There’s something soothing about following directions for baked goods, knowing that the final product will turn out just right if you abide by the precise measurements. I love to bake everything from elaborate birthday cakes to buttery biscuits to fudgy brownies, but sometimes I get a little lazy when it comes to using the appropriate ingredients (who doesn’t?). For example, when I see that a recipe calls for cake flour instead of all-purpose flour, I tend to turn my cheek and proceed with all-purpose, not wanting to make a last-minute run to the store. While the swap turns out okay, the final product is never quite as fluffy and light as it should be.
I did some digging to find out: is it really worth buying cake flour in addition to AP flour? What makes cake flour necessary for certain baked goods? And what’s the difference between all-purpose flour and cake flour, anyway?
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What Is Cake Flour?
Cake flour is made by milling soft wheat (aka wheat that’s low in gluten, though not gluten-free) and sifting it until extra fine in texture. The fineness yields tender baked goods with a moist, airy crumb—perfect for delicate sponges and pillowy cookies, like snickerdoodles. Soft white wheat and soft red winter wheat are used in the production of cake flour due to their low levels of protein, which hover around 8.5 percent to 10.5 percent. Both grains are short and plump, and grind more easily than their hard wheat counterparts.
Another name for the protein content of flour is gluten, which acts as a binding agent, developing structure and holding the ingredients together. Each type of flour contains a different amount of gluten, which has a noticeable effect on the final result. In the case of cake flour, the minimal gluten allows baked goods to rise, but not develop the firm and chewy texture that a higher-gluten flour would. When you have cake flour on hand, it’s much easier to whip up reliably soft, light sweet treats. If you’re an avid baker, it’s worth grabbing some cake flour at the grocery store in addition to your regular all-purpose. Note: it’s typically packaged in a box instead of a bag.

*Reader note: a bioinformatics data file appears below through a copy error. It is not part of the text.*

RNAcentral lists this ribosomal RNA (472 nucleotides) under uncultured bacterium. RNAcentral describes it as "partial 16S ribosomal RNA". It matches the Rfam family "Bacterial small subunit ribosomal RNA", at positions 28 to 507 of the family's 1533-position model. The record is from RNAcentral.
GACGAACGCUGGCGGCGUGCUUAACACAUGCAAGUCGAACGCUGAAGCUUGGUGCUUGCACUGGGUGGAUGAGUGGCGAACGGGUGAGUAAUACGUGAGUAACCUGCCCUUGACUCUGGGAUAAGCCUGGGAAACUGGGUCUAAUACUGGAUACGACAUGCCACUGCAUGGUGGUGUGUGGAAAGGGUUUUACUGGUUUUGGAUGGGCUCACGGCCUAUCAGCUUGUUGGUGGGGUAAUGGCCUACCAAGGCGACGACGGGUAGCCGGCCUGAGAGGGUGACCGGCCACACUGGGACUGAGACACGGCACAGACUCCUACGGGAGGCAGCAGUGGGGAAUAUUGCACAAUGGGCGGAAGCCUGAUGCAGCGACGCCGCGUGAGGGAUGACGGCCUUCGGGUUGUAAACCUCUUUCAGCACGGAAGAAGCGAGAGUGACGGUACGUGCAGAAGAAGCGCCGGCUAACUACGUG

What Is All-Purpose Flour?
A pantry workhorse, all-purpose flour is arguably the most versatile of all flours, used for everything from breading chicken to making pancakes and waffles to thickening gravies. It’s made by milling a combination of hard and soft wheat, which balances the protein levels to a mid-range amount of around 12 percent. All-purpose flour is not as finely ground as cake flour, although the texture can differ depending on whether it’s bleached or not. Bleached flour is treated with chemical agents to create a softer flour with a bright white hue, while unbleached flour is off-white with a denser grain. Both kinds will work well in whatever you’re baking, and the difference in your final product will be subtle, if noticeable at all. Whether you opt for bleached or unbleached, it’s a good idea to keep all-purpose flour around for a wide variety of baking and cooking applications.
If you were to use 100 percent all-purpose flour in place of cake flour, the AP flour would absorb all the liquid, causing gluten to rapidly develop and result in a chewy, dense final product.
Can You Replace Cake Flour with All-Purpose Flour?
Not exactly, but there’s an easy way to make a cake flour substitute, with just all-purpose flour and cornstarch. This DIY method works because cornstarch lacks protein, lowering the overall protein content of the blend. The cornstarch thus inhibits gluten development and has a tenderizing effect. Make sure to whisk and sift thoroughly in order to combine the flour and cornstarch evenly and aerate the mixture.
How to Make a Cake Flour Substitute:
- Measure out 1 level cup of all-purpose flour, then remove 2 tablespoons.
- Add 2 tablespoons of cornstarch to the flour.
- Transfer to a mixing bowl, and whisk to combine.
- Sift the flour-cornstarch mixture at least once, preferably a few times, before using.
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